Best answer: IANAdog trainer or behaviorist, just a schmoe who's had dogs for a long time.

Flip looks more like a border collie mix than an Aussie mix to me, but that means nothing, especially since the herding and bossy-bossy issues are going to be pretty much the same in both breeds. At five years, these personality traits and behaviors are undoubtedly strongly ingrained, as M.C. Lo-Carb! intimates, you're probably looking at reducing and controlling rather than eliminating them.

Dog-aggressive dogs are often perfectly fine with humans, BUT, you've suggested that he's also exhibiting territoriality and that redirected aggression where the if the dog can't get to the initial trigger, it redirects the aggression to an adjacent dog or person. That last one is what makes me most nervous about your kid, the possibility that Flip will see a stray dog in your yard, go ballistic, and deflect that onto Babydaz.

Anecdotally, I've found and heard that dogs with significant behavior problems and dog-dislike issues are sometimes better off with individual training, working with a professional trainer and you one-on-one, than in a group training class surrounded by other dogs. He needs to learn gradually how to cope with nearby dogs rather than being tossed headfirst into a yard full of them. And all these dogs are in the class because they're not yet all that trained, which means they're probably a bit unruly and keyed up. That's just a whole lot of distraction for a dog who is at square one and not fully socialized. Also, I personally wouldn't be pinning down a dog who had already demonstrated some aggression. Yes, you need to correct him and teach him not to challenge you, but that physically dominating "alpha dog" stuff can backfire in scary ways.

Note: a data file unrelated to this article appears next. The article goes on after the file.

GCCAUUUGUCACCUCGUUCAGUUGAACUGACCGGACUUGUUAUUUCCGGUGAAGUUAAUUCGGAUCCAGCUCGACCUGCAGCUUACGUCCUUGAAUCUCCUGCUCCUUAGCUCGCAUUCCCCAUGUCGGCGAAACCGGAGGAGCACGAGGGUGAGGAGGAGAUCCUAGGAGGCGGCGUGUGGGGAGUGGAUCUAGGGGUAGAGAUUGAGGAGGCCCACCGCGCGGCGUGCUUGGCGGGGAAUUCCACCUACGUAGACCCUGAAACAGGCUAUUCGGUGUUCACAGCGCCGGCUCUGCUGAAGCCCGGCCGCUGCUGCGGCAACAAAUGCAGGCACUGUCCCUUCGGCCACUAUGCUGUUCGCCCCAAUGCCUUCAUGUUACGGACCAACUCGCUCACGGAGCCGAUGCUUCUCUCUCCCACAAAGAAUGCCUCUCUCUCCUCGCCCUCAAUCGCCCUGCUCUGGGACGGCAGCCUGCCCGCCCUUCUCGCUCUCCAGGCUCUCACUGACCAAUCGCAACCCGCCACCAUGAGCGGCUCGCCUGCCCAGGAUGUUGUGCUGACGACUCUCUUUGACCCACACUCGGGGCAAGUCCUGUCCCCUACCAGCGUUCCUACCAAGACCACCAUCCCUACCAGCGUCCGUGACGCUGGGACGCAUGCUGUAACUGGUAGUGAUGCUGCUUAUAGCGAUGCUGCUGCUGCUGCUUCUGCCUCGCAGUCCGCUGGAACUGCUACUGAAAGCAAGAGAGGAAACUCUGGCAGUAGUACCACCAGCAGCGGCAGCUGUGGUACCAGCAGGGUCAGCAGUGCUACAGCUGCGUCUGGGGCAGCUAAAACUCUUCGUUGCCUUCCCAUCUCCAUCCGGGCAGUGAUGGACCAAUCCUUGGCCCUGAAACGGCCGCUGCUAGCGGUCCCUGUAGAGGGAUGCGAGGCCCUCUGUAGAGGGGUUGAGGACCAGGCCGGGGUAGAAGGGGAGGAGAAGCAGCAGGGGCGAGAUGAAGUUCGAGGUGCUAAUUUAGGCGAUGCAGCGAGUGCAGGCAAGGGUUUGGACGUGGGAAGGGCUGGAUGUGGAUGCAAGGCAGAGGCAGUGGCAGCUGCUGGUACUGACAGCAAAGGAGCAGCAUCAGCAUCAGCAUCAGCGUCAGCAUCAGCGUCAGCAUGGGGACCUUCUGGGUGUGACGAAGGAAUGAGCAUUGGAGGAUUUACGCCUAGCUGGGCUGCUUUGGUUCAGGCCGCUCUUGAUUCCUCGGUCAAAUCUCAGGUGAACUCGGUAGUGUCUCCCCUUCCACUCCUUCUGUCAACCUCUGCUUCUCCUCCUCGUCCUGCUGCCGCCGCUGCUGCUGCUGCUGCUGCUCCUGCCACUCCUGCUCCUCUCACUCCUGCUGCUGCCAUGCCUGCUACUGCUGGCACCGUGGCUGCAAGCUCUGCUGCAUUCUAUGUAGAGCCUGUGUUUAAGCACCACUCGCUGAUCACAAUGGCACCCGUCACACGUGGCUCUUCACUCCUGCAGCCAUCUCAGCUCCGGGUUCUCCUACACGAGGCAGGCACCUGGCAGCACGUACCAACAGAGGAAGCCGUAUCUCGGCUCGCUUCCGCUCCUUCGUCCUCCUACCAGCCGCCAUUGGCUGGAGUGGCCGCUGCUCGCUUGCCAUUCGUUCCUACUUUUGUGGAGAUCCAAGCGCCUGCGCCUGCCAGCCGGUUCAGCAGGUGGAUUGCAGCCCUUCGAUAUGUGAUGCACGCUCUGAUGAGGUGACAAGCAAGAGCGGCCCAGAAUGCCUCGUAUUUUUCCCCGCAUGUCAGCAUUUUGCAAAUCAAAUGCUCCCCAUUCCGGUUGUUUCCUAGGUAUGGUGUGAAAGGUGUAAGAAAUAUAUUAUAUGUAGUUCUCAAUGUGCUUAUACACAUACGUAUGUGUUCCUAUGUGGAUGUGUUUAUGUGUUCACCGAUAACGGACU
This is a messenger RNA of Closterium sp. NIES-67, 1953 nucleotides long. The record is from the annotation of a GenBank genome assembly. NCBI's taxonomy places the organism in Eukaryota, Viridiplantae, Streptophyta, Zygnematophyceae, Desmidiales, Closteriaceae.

The other key thing if you do decide to stick with Flip is to attempt to exercise the hell out of him every single day, and I say "attempt" because herding breeds are notoriously difficult to tire out since they're bred to work long and hard. The tireder he is, the better and more trainable.

Overall, though, observe Flip carefully and listen to your gut. When I've had aggression problems with dogs, I've always had a "bad feeling in my bones" sensation early on, and after stupidly disregarding that and telling myself, "oh, you're overreacting, we'll work it out" a time or two, I've learned that if I get that "I don't like the look of where this dynamic is heading" sensation, I should trust it.

So if you have a sincerely uneasy feeling about Flip, rehome him. I wish we could all take in and care for every troubled dog, but we can't, and there are lots and lots of good-natured dogs without dangerous issues who need homes too.
posted by FelliniBlank at 2:26 PM on July 22, 2009 [1 favorite]